Monday, 7 October 2013

the sheltering sky

“How fragile we are under the sheltering sky. Behind the sheltering sky is a vast dark universe, and we're just so small.” 
― Paul BowlesThe Sheltering Sky

Are you lost ?

yes I am lost 

seeing the film again and after 20 years

what is left of me ?

after 30 years when I dreamed to be another

the way we punish ourselves

for wanting to escape

the white women

versus the latin women

the latin women versus the african one

but we where all just one alone

I just know that I felt ( was this a once more burgueoise dream?)

That it was possible

it was possible

I cry now

from a desk on english lands

as an alien


and I remember who I was

the mint tea

the market lights

and the kisses of the men

that crossed my path

as they where travellers standing

kissing lips after lips of men and women alike

their gazelle eyes

their musk oiled skin

travelling and loving

escaping for ever

the drums under the stars

and my split been called Nedjma

Hotel at Rabat 1986 picture Jorge Esteva 

Saturday, 21 September 2013

on this alienation
what can we say ?
it is
it is lonely
with a lightened screen
that brings people
to me
they come
they go
they masturbate
they fuck
mean wile
from here
hidden ?
I can feel its all
there are particles of sound
this voices that are
only text
every day
the fiction
but is so real
its so real
it makes me
want to swim
for ever
for ever
its pitch black
we are all this tiny stars
we are alone
we are alone
its online
liquid sky

Saturday, 14 September 2013

the spleen repeats 1980 a poem from 2013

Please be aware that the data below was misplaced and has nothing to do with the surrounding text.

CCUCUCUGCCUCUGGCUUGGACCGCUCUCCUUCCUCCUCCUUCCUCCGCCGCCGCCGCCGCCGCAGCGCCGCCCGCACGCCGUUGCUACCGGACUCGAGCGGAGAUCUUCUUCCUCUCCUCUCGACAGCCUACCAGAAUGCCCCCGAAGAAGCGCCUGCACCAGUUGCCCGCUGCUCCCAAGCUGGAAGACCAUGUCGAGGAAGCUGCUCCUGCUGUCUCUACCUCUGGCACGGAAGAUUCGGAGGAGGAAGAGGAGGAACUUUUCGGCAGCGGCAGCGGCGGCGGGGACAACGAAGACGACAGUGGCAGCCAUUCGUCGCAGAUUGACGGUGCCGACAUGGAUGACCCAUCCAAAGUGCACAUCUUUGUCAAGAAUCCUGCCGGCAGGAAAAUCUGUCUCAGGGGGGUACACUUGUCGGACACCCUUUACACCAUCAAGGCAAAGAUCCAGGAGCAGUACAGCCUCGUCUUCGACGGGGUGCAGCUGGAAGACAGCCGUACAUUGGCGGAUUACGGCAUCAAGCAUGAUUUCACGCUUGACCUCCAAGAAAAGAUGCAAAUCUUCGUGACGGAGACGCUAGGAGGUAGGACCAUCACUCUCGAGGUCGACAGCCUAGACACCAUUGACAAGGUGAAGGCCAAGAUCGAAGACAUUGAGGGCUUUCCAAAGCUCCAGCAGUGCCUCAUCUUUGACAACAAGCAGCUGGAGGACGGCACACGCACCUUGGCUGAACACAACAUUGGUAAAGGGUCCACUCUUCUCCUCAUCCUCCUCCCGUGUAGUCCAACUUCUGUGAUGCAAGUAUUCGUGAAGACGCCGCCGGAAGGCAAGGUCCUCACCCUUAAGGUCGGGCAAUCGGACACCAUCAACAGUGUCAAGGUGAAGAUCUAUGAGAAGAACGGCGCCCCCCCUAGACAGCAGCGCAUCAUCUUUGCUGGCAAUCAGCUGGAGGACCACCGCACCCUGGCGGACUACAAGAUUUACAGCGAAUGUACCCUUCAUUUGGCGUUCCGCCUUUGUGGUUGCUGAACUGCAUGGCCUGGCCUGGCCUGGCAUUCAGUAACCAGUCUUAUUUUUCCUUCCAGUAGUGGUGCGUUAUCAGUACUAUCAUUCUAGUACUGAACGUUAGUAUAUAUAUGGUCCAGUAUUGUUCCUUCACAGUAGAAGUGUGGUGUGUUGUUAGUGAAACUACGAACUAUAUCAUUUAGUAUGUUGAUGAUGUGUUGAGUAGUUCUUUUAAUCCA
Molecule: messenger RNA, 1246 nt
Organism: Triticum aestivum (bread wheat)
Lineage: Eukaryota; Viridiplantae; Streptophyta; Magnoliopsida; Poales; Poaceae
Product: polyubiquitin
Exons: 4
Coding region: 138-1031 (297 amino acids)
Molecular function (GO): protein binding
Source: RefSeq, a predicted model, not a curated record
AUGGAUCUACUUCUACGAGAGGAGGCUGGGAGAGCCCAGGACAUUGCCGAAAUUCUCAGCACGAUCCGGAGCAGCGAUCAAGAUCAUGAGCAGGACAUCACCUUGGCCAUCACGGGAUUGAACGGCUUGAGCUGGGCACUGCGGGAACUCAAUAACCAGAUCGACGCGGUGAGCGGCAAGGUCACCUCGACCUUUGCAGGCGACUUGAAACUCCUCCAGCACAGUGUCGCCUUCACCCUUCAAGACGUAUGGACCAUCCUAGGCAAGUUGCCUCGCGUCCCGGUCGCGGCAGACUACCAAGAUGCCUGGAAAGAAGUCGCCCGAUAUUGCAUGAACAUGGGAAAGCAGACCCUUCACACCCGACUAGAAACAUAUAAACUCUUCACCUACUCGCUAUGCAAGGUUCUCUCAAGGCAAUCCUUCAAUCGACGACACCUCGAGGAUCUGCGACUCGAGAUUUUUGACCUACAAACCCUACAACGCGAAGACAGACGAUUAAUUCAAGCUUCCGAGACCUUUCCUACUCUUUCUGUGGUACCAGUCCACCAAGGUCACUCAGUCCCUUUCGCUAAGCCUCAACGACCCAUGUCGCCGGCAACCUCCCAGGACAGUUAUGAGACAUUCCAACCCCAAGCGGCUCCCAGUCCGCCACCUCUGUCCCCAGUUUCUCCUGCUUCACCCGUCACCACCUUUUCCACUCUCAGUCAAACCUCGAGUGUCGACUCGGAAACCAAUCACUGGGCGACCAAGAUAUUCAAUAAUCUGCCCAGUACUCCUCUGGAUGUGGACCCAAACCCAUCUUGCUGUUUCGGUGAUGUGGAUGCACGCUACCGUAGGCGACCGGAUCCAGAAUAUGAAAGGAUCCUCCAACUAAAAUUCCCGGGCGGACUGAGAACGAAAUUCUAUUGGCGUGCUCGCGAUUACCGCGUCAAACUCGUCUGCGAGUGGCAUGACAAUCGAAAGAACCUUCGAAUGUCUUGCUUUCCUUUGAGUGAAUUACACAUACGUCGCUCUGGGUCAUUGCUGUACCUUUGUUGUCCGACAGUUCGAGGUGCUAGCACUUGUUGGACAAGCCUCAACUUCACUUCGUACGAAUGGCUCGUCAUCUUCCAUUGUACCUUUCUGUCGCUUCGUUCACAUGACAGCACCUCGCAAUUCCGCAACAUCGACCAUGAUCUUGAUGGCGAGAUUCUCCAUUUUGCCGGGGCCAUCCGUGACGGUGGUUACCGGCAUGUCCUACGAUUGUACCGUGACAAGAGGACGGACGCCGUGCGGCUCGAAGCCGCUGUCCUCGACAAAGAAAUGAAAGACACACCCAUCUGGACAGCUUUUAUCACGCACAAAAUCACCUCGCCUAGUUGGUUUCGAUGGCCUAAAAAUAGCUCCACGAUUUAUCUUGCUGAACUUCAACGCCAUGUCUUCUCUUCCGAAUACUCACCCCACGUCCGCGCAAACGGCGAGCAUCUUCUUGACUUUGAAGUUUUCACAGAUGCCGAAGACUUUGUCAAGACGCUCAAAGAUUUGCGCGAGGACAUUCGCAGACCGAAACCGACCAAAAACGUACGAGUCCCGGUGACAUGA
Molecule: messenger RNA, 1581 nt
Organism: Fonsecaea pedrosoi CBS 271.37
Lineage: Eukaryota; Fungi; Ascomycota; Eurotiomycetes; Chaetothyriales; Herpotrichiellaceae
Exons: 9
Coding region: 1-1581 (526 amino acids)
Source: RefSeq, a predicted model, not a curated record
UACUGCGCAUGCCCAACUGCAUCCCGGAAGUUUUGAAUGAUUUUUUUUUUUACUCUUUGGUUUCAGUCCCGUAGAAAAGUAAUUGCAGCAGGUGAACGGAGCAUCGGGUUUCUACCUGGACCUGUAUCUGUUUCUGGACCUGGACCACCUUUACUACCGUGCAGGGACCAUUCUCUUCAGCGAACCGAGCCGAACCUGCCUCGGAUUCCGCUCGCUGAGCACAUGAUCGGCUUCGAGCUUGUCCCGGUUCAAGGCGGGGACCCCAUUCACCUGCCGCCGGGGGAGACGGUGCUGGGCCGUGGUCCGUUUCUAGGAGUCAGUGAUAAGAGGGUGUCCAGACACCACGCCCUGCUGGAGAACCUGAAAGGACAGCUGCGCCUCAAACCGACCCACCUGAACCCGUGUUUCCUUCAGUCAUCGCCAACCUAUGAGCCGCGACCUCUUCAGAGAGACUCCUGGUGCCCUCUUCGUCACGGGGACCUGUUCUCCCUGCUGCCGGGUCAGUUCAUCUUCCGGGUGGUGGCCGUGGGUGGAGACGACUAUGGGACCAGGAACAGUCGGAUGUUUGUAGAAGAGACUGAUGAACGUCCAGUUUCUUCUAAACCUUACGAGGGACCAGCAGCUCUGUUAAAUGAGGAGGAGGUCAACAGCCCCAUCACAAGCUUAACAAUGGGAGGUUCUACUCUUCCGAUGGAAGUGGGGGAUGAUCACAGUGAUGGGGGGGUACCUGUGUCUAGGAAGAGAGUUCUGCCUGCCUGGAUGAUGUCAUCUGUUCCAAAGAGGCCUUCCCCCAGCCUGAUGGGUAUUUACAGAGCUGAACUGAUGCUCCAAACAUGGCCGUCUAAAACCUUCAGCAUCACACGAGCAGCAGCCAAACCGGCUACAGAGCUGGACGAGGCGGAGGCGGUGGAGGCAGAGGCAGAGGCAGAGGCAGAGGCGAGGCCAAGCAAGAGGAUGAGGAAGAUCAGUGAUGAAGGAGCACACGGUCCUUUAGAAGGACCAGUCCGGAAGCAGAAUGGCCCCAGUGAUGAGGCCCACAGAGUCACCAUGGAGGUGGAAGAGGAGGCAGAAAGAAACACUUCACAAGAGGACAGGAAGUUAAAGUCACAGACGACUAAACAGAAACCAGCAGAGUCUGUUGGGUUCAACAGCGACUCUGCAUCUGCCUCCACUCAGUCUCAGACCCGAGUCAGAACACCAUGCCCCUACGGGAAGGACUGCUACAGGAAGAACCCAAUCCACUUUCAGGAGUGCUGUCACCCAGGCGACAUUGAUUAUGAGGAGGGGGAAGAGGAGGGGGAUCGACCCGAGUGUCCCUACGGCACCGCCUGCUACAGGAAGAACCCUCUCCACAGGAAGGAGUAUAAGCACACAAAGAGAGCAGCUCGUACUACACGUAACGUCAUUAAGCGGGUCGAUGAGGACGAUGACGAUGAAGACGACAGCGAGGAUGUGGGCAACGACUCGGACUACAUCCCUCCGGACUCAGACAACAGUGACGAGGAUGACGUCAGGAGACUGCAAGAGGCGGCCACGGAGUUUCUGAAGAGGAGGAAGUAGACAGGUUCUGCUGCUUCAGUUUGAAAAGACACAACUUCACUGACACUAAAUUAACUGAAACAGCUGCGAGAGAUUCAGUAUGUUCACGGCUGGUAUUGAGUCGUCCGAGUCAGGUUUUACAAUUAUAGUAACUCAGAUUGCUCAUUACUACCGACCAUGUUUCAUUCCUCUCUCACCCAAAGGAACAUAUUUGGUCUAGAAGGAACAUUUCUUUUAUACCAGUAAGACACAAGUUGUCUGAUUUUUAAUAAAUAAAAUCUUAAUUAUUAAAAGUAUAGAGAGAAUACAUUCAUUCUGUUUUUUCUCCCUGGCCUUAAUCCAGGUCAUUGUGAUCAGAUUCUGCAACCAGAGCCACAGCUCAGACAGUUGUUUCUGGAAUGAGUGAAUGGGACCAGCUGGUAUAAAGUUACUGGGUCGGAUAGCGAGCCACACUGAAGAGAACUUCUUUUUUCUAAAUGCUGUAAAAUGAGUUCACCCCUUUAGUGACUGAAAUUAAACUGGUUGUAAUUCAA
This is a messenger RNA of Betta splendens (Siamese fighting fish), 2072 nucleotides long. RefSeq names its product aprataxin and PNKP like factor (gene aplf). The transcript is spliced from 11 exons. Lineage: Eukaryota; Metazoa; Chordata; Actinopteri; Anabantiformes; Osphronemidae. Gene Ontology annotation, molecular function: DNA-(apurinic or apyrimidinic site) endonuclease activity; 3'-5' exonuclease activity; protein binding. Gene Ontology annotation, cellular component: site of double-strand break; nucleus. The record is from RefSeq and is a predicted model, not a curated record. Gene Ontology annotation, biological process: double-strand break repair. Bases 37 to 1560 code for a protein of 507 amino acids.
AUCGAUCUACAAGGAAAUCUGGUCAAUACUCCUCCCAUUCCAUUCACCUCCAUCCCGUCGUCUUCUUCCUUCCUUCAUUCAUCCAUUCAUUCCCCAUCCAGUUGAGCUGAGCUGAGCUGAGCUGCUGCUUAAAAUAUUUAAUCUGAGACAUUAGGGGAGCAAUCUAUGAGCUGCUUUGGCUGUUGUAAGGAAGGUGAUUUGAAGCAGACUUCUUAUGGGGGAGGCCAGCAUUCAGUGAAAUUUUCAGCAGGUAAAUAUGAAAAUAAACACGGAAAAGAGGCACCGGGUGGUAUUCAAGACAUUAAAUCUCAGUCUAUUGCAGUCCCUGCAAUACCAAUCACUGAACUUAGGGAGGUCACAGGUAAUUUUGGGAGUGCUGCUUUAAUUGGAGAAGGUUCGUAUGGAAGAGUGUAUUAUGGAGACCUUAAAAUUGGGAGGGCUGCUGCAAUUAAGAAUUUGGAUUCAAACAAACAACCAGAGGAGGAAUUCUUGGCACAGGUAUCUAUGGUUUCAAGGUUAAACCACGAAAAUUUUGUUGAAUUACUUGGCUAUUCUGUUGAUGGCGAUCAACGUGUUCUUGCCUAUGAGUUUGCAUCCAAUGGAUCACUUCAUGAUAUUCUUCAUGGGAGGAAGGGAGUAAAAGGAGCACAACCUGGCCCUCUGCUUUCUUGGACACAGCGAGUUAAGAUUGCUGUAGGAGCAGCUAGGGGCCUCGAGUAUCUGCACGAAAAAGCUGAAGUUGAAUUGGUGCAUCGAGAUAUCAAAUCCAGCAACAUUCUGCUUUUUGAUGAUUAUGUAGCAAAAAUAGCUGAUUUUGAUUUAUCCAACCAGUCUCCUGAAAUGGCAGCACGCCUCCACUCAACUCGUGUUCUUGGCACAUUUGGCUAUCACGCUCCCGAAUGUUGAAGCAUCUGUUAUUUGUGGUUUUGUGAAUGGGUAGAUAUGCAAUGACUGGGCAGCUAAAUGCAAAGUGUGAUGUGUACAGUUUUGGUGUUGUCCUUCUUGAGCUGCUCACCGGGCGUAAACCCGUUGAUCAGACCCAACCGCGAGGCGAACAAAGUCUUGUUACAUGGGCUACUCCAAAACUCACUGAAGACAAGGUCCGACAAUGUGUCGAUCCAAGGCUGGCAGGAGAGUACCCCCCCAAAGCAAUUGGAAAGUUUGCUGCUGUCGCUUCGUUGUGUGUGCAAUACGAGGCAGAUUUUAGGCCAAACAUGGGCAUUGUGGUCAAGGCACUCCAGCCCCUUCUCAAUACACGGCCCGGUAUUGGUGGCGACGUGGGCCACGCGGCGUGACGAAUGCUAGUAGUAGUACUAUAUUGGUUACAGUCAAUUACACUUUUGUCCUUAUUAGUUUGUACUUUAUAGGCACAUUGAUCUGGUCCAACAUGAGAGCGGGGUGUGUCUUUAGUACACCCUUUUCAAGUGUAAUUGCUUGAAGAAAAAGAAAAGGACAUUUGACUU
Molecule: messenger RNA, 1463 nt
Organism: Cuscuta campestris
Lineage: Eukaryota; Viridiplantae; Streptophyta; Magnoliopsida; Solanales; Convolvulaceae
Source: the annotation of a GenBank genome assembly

of the limbo  like life of a girl /women on a burgueoise  society from a fascist country ( the only one remaining ) where all is a grid :

in Spanish :

El miedo
siempre presente

y el aburrimiento
muy muy
me aburro !!

menciono muchas veces
a través de 1980

soy una mierda !


y a el
ya no lo veré más

in English

That fear
present always

and the spleen
very very
I am bored!

I mention many times
trough out 1980

I am shit !

I announce

and him
I will never see him again

Sunday, 8 September 2013

Annette Messager ( found images and self etnographic exercise )

I have just found this works , I heard about Annette but never seen what she did in those times......
again , I find a woman questioning her self , her identity , another Nadja . And the context , the map and the territoire for doing so, its her body again another female asking her self asking her body , using her self using her  own body . But it is not precisely this being used to use our body , to test constantly the vessel of our soul , the feminine envelope that has been made up for us ? either covered in pink , rose tissues and fabrics , or pierced for small earrings ........ a body that seems to envy to not have a prominent organ wile it actually has a deep warm hole /cut . I can say that we experiment with our selves on the small room closed inside , we imagine and test . But naked is also important , because it is a claim of how we feel , maybe devoid of real nakedness ? maybe too cover up by signifiers of the feminine ? so here we are , using the camera always the eye of a machine that capture "that us" that we don't know we are .  

Saturday, 7 September 2013

She ( a new women on my research , that worked on a similar line , and that like me was not easy to define or classify )


She Creates Herself in Multitudes